Compare the above from the UK, with New Zealand. In New Zealand, the Cabinet Office works proactively to reduce opportunities for MPs to abuse their powers by acting in a conflict of interest. Here is their webpage.

Here is the first item on New Zealand’s Cabinet Office’s list on how they deal with conflict of interest:

Minister’s name Matter at issue Nature of conflict Action taken
Hon Bill English Potential conflict, as Minister of Finance, between role as the Crown shareholder in Air New Zealand Limited and responsibility for providing the Finance portfolio perspective on aviation policy and regulation. Portfolio Responsibilities as Minister of Finance in relation to aviation policy and regulation transferred to Hon Steven Joyce on 17 December 2014.
(Replaced transfer of 28 February 2012 to Hon Steven Joyce.)
As a consequence of transfer:  Mr English will not receive papers; Treasury reports to and works with Mr Joyce directly on the specified matter; Mr Joyce, and other Ministers with aviation regulatory interests, bring aviation policy and regulatory issues to Cabinet without any input from Mr English; Mr English brings to Cabinet any ownership issues relating to Air New Zealand; if a matter arises at Cabinet which conflicts with Mr English’s responsibility for the Crown shareholding in Air New Zealand to the extent it is inappropriate for him to stay, he will declare an interest and withdraw.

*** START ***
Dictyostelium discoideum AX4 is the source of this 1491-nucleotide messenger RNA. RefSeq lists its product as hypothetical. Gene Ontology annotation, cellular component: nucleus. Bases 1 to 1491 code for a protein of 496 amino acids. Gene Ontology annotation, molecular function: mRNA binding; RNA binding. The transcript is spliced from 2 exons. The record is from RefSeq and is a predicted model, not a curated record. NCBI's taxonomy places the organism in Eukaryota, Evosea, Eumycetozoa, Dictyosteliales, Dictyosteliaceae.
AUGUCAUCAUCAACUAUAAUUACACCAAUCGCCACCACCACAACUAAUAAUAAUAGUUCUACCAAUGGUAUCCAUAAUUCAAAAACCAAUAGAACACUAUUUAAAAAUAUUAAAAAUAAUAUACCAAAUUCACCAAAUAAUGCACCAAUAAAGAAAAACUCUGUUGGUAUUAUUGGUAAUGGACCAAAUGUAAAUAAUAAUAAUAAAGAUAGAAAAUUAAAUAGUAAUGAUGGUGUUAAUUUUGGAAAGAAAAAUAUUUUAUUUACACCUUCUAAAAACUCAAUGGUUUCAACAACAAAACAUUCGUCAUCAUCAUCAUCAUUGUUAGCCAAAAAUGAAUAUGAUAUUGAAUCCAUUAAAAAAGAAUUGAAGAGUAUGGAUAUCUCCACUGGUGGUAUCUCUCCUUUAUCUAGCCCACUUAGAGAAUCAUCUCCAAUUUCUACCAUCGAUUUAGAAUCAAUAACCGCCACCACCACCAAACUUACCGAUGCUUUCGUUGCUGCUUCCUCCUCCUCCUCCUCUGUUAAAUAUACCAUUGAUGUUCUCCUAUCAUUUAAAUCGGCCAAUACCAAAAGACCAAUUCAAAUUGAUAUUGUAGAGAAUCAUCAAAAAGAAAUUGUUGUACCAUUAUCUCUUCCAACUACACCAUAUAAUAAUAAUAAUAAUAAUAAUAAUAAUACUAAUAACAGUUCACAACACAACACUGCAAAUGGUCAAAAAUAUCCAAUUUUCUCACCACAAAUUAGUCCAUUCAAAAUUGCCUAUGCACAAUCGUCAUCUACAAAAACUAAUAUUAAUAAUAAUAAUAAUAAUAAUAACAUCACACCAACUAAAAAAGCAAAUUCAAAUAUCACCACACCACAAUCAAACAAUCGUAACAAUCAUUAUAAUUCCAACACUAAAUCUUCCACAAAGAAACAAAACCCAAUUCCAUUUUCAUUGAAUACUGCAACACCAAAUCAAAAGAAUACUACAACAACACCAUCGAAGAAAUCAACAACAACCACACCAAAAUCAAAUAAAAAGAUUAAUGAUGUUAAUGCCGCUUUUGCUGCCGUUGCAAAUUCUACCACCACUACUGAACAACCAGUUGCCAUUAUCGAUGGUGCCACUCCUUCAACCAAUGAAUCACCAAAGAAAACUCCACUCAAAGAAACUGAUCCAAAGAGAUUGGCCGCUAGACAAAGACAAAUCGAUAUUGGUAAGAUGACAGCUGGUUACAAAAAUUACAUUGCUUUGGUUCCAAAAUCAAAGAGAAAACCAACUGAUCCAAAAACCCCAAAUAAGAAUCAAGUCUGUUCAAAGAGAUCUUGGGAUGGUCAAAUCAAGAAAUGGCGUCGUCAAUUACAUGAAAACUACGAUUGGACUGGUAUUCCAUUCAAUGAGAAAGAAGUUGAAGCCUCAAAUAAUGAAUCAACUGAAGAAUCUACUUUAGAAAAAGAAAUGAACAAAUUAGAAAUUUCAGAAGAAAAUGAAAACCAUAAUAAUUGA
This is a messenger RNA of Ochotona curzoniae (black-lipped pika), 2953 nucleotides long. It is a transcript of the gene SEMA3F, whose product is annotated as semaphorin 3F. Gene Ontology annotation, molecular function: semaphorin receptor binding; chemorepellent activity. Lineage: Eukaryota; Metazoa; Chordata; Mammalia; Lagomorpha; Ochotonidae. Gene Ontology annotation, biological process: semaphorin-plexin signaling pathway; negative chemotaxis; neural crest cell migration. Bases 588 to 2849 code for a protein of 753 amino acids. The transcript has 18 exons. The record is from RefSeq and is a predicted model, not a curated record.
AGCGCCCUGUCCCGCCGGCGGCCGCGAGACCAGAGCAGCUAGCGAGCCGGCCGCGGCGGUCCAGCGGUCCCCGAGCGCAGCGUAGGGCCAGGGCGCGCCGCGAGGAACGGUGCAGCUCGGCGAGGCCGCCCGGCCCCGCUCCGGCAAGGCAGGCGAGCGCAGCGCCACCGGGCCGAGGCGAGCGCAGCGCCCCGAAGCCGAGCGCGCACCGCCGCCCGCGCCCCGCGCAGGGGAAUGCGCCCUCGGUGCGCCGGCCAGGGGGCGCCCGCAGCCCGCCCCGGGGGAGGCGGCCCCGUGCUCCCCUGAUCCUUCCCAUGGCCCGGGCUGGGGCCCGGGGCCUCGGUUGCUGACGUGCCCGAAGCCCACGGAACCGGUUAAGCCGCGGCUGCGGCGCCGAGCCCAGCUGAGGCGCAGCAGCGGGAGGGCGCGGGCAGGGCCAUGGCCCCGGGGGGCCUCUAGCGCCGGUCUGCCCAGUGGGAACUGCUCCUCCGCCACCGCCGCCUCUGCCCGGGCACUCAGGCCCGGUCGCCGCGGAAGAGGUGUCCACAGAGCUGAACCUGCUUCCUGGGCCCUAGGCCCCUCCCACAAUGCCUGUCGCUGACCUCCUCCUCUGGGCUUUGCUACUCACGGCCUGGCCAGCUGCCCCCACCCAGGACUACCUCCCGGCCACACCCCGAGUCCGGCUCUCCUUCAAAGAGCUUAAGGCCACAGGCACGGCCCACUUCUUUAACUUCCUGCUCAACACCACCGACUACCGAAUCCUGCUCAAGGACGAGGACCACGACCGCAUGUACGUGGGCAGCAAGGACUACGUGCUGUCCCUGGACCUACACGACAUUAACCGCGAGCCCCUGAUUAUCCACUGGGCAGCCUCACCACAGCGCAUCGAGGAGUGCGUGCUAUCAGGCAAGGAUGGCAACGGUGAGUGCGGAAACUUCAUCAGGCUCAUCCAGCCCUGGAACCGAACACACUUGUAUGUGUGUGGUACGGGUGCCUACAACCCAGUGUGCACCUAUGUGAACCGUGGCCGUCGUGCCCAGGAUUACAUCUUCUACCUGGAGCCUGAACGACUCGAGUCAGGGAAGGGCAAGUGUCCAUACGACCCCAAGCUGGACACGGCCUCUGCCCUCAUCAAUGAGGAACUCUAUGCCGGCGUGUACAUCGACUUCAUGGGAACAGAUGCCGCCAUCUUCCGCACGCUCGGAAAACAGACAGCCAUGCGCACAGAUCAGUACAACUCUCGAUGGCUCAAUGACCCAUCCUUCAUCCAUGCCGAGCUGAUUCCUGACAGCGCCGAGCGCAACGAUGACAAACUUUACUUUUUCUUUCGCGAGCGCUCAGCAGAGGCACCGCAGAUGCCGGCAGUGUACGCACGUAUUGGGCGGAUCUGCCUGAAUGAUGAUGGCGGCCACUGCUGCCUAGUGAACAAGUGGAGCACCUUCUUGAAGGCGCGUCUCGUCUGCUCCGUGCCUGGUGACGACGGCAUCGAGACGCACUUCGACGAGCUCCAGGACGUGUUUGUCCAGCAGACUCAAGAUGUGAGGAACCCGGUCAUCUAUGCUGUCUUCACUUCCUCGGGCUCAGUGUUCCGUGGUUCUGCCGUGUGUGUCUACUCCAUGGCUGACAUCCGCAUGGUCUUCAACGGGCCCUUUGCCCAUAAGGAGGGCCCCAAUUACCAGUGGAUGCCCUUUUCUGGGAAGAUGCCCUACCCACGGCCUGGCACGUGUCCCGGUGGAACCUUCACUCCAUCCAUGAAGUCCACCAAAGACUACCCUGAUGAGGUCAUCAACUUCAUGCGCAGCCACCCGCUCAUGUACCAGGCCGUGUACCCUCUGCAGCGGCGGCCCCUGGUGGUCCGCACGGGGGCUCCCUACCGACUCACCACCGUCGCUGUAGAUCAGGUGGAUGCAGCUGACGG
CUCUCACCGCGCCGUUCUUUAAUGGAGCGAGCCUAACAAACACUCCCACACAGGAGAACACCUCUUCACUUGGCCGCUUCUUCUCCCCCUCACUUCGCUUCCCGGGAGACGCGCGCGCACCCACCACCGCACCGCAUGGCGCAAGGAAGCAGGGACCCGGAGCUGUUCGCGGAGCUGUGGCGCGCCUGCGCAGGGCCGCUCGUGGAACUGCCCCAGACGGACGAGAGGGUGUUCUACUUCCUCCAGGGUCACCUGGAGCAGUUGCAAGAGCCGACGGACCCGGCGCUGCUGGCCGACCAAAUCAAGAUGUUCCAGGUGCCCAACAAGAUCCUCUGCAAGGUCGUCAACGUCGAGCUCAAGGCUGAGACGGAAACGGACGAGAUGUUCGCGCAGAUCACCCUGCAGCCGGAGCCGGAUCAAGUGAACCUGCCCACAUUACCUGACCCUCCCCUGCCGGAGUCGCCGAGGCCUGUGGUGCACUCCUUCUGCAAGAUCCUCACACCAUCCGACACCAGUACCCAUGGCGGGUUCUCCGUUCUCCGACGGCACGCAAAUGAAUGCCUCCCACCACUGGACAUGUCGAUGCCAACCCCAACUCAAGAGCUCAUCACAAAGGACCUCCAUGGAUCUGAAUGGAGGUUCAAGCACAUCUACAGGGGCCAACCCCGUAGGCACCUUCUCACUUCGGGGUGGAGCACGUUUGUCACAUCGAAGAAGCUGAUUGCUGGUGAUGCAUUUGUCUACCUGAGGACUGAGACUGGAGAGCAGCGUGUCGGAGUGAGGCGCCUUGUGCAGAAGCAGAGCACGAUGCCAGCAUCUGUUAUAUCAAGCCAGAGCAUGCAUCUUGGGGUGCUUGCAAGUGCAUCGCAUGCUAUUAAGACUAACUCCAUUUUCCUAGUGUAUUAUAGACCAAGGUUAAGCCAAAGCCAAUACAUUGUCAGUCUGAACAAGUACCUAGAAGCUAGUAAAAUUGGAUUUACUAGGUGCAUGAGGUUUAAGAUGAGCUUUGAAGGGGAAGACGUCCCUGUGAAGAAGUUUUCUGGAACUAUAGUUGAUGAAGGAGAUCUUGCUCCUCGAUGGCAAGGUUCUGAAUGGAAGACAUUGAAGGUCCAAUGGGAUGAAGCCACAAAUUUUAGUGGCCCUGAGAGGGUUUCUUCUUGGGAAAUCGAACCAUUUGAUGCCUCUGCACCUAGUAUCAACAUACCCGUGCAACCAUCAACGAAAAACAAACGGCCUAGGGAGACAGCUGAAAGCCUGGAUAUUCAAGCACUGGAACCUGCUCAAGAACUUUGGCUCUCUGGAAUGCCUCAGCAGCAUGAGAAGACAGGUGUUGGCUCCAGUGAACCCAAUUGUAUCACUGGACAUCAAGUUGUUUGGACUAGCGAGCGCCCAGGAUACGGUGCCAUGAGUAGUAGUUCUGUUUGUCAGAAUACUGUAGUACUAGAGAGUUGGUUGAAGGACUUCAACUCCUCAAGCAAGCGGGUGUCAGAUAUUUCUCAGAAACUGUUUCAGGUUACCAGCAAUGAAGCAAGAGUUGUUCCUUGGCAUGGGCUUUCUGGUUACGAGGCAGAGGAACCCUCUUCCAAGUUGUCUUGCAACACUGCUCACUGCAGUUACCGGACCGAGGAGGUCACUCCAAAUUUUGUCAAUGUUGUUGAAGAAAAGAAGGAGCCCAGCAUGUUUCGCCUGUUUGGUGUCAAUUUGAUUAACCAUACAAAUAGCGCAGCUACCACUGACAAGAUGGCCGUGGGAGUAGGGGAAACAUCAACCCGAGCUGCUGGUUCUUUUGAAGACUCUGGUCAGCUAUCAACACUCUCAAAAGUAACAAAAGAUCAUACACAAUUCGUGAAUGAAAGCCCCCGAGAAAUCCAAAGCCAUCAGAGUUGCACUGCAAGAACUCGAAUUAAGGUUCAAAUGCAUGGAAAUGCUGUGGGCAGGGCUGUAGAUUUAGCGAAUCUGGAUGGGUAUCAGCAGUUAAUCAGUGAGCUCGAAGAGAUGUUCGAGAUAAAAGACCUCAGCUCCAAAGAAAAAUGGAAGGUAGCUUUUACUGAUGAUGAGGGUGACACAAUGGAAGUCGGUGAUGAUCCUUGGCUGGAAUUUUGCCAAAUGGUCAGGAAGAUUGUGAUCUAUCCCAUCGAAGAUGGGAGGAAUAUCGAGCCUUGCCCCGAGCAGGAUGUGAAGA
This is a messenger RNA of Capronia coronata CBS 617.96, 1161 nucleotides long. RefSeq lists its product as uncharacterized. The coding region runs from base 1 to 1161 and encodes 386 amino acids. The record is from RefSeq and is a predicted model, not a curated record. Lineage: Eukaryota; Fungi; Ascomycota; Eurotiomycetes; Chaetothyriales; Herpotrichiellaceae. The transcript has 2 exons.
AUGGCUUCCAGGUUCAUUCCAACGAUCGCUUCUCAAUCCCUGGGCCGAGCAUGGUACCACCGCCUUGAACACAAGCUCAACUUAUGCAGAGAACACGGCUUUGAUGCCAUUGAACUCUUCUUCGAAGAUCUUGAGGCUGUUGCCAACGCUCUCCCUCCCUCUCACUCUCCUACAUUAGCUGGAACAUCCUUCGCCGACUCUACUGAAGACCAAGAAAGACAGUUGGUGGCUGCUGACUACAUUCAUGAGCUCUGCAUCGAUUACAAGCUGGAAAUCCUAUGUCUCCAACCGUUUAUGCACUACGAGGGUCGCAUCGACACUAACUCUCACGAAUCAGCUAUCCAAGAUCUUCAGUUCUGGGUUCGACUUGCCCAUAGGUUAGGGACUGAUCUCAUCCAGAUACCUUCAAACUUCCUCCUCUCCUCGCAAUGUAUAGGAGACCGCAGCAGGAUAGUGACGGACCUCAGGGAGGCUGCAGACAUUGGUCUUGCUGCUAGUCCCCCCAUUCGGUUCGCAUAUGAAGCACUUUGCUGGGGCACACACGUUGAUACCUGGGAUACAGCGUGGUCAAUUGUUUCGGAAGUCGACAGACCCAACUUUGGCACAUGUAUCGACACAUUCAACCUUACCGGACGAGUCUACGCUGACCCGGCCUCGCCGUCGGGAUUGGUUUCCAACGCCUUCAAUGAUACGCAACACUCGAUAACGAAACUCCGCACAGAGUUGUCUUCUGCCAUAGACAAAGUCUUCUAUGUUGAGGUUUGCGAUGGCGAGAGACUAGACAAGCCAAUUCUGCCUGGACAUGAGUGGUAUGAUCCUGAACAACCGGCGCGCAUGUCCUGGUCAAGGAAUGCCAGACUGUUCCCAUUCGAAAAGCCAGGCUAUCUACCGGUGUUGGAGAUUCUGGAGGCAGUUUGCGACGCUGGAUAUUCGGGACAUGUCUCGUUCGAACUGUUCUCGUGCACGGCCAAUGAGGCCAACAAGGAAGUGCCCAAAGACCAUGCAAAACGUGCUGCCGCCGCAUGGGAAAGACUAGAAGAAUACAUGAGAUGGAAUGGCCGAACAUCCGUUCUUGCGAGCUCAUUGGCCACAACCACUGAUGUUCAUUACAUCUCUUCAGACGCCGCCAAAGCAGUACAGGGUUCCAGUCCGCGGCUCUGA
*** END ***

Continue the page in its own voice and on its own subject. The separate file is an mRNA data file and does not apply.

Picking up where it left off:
Back to the UK and Cameron (after that breath of fresh air). Even the Torygraph have reported on the mysterious gap of 18 months in which Cameron’s government did not publish their list of MPs private interests

Telegraph article

In conclusion, we need to focus on getting people who govern the UK to stick to their word and put the public’s interest first and keep their own self-interest out of politics. One way would be to send the New Zealand web page to your MP and ask them why this isn’t happening in the UK.

Lastly, Cameron is patron of 40 charities and has18 other relevant interests such as chairman, vice chairman, president, vice president, honorary member, Trustee etc. (Have a look on the 2015 PDF)

Beside the annual registration of interests, there is the monthly list of ministers interests (which is for March 2016 and therefore only might only be additional ones added to an existing complete list.

It is proving hard to find the whole picture of all an MPs interests, which makes holding them to account even more difficult. Can we trust them to ‘ensure that no conflict arises’? I seriously doubt it. There is no one else ensuring they are not acting in self interest, so it is up to you to challenge your MP now.

Russia TV have done a video about how Cameron could be bought and sold

One thought on “The Truth Behind Party Leadership Contests

  1. Pingback: Your Country – Your Future: Why You Must Vote | Dairy of A Nonny Moose